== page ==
I must admit I’m a cranky man. This means I’m a hurdy gurdy man, a street nuisance. Did you know most curbside organ players were disabled? Many were war veterans. Jobless. They played for your amusement. Several cities in America didn’t like them. “Ugly Laws” were adopted across the nation at the turn of the last century—edicts stipulating bothersome, unsightly people were forbidden to appear in public. This was excellent news for the asylum business. The United States loves to lock people up for any reason at all—you’re black and deaf. Asylum. You’re blind. Asylum. You’re an immigrant in Trump’s America. Instant prison camp. Native American. Home detention. Gay? The Asylum. The Los Angeles County Jail is the largest psychiatric facility in the U.S. Cranky? You bet. I’m so cranky I can’t muster irony.

Disabled I know a good deal about cruel irony—“the act of using somebody’s words against them, usually when something to their great detriment is about to be inflicted upon them.”

I’ll never forget an administrator of a certain college who, once he had me behind a closed door told me I wasn’t a competitive blind person, why he had a roommate at university who was a blind Olympic rower and so forth. He was essentially firing me because I’d asked for a reasonable accommodation.

But you see here’s the trap. I’m cranky if I talk back, assert my dignity and my rights. I am especially cranky at the University where when I ask for basic ADA 101 accommodations, (a sighted graduate assistant to help me in my daily work) accessible texts, descriptions of overhead projections, asking that our websites and teaching software be accessible and so forth) I’m labeled as a real cranky pants. Academic ableism is built on cruel irony. “If you were more like us you wouldn’t have a problem. You don’t like what’s happening to you? You must be the problem. Not us. Not us able bodied birdies….”

I’ve met so many able bodied birdies. They may have different kinds of feathers but their song is always the same.

Ableism, the experience of it, requires the French adjective écœurante —for disability discrimination is simultaneously heartless and sickening. I recall the professor of English at the University of Iowa who told me my blindness would preclude me from being in his “famous” graduate class on Charles Olson. Another professor snickered when I said I was reading books on tape. When I protested the chairman of the English department told said I was a whiner and complainer. I wept alone in the Men’s room. My path forward to a Ph.D. in English at the University of Iowa was stymied. This was a full six years before the ADA was signed into law. Who was I to imagine a place at the agora’s marble stump?

Now I had an MFA degree from the creative writing program at that same university and I just went ahead and wrote books and sometimes appeared on radio and television and I wrote for big magazines and over time I received tenure at The Ohio State University. Later I went back to teach at Iowa despite my earlier experience and these days I’m at Syracuse. I’m a survivor of sorts. I’m a blind professor. The odds were never in my favor. Somewhere along the way I began thinking of Moliere in my private moments and I laughed because after all, every human occasion is comical and Moliere recognized the comedic types one encounters in closed societies better than anyone before or since.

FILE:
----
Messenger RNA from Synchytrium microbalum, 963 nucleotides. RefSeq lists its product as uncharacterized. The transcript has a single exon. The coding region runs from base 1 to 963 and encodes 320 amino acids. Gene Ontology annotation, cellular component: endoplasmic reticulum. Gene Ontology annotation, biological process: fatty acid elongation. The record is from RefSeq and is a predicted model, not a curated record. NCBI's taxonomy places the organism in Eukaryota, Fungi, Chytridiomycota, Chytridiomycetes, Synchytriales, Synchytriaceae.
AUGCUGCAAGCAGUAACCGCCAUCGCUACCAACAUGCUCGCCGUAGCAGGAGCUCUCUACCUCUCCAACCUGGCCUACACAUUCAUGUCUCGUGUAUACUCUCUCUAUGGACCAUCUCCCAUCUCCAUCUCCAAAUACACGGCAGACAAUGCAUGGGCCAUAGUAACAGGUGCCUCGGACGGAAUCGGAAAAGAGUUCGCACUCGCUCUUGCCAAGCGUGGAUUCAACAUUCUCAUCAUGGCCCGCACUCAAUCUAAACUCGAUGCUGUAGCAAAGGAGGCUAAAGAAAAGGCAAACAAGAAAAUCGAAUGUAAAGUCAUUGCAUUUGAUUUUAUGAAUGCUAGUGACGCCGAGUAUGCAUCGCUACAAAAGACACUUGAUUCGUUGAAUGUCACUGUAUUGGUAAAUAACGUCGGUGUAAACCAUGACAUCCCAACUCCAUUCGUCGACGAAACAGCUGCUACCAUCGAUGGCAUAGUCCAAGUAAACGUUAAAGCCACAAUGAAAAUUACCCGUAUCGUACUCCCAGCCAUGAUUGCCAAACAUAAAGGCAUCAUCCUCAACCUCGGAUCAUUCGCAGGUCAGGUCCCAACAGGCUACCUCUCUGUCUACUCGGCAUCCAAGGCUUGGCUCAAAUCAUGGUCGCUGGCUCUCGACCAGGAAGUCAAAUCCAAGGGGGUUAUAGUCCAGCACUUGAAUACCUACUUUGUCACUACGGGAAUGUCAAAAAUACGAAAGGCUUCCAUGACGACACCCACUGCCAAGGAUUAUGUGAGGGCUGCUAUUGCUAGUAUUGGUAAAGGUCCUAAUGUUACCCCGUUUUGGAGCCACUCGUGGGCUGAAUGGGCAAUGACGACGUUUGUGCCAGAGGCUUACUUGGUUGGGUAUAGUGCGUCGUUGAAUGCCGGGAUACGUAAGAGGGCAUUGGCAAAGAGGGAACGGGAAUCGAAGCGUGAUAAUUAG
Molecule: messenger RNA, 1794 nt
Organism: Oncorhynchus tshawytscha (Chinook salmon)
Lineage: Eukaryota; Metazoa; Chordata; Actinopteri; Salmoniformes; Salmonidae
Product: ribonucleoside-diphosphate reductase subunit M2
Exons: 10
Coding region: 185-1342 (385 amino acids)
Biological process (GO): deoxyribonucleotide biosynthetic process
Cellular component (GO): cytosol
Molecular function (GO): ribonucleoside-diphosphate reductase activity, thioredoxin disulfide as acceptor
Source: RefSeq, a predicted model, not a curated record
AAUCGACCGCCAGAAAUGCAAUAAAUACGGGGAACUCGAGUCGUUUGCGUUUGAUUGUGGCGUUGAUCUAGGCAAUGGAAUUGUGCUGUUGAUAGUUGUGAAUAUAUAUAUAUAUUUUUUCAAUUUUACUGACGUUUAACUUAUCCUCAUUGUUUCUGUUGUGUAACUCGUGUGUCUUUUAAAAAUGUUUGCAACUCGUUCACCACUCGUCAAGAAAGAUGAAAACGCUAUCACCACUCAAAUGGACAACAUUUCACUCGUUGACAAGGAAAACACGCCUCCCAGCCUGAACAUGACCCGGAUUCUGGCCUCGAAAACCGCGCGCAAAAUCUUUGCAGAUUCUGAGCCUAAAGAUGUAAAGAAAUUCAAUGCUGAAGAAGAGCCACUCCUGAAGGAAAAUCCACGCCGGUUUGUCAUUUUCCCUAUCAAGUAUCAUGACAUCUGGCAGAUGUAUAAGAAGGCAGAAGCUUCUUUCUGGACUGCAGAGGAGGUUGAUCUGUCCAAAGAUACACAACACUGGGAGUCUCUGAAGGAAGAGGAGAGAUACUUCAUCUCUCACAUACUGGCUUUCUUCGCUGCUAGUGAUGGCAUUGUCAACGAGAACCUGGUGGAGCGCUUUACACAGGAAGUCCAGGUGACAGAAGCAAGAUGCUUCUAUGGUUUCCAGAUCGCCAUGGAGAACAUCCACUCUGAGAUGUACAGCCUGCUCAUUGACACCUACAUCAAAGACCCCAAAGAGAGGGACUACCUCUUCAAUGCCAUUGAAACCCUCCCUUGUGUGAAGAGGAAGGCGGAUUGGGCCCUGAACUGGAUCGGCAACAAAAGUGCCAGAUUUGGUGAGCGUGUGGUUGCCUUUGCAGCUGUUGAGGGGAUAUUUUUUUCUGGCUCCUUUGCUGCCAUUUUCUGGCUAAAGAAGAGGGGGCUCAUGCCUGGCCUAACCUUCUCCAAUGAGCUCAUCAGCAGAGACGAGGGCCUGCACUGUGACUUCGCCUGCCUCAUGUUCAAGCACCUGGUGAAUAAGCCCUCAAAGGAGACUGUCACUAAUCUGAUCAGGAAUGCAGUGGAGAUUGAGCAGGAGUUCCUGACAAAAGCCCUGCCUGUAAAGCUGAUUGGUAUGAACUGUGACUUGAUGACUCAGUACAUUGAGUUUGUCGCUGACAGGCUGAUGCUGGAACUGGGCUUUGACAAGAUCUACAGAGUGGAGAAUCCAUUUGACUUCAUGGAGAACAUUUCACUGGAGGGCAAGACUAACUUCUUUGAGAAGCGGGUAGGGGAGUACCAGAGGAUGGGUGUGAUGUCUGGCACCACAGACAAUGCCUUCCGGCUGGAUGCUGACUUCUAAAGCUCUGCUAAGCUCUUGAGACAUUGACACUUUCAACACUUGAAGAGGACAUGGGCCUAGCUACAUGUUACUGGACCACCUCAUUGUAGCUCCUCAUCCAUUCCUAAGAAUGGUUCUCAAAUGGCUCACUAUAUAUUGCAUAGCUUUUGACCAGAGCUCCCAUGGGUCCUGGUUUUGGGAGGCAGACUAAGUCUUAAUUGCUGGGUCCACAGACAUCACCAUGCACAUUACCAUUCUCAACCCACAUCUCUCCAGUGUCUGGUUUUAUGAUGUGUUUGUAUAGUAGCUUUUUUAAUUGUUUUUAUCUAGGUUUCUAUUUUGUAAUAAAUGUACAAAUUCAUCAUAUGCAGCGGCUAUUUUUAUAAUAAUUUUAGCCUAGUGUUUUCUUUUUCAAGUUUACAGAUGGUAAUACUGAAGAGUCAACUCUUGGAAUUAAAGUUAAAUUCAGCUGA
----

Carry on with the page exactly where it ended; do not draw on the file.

It doesn’t really matter what institution of higher education you’re at, if you’re disabled you’ll meet the following Moliere-esque figures. The heartless and sickening ye will always have with ye if you trek onto a college campus. You’re more likely to spot them first if you hail from a historically marginalized background however, the ecoeurantists are more prone to blab at you if you’re disabled, especially behind closed doors. Ableists love closed doors. All bigots love closed doors.

The “Tartuffe” is an administrator, usually a dean or provost who will tell you with affected gestures that he, she, they, what have you, cares a great deal about disability and then, despite the fact a disabled person has outlined a genuine problem, never helps out.

The “Harpagon” is also an administrator, but he, she, they, can also be a faculty member. The Harpagon is driven by rhetorics of cheapness. It will cost too much to retrofit this bathroom, classroom, syllabus, website, etc. If the Harpagon is a professor he, she, they, generally drives a nice car.

Statue du Commandeur: a rigid, punctilious, puritanical college president—“this is the way we’ve always done it. If we changed things for you, we’d have to change things for everybody. Yes, it certainly must be hard…” See:

The Geronte: when his son is kidnapped he says: “Que diable allait-il faire dans cette galère?” (What in the deuce did he want to go on that galley for?” In other words, he brought this upon himself. “Really, shouldn’t you try something easier? I could have told you.”

These are the principle types of ableists. I invite you to add your own.

The one thing they have in common besides a privileged and thoroughly unexamined attachment to the idea that education is a race requiring stamina and deprivation, is that they all genuinely believe that accommodations are a kind of vanity.

Stephen Kuusisto and HarleyABOUT: Stephen Kuusisto is the author of the memoirs Have Dog, Will Travel; Planet of the Blind (a New York Times “Notable Book of the Year”); and Eavesdropping: A Memoir of Blindness and Listening and of the poetry collections Only Bread, Only Light and Letters to Borges. A graduate of the Iowa Writer’s Workshop and a Fulbright Scholar, he has taught at the University of Iowa, Hobart and William Smith Colleges, and Ohio State University. He currently teaches at Syracuse University where he holds a University Professorship in Disability Studies. He is a frequent speaker in the US and abroad. His website is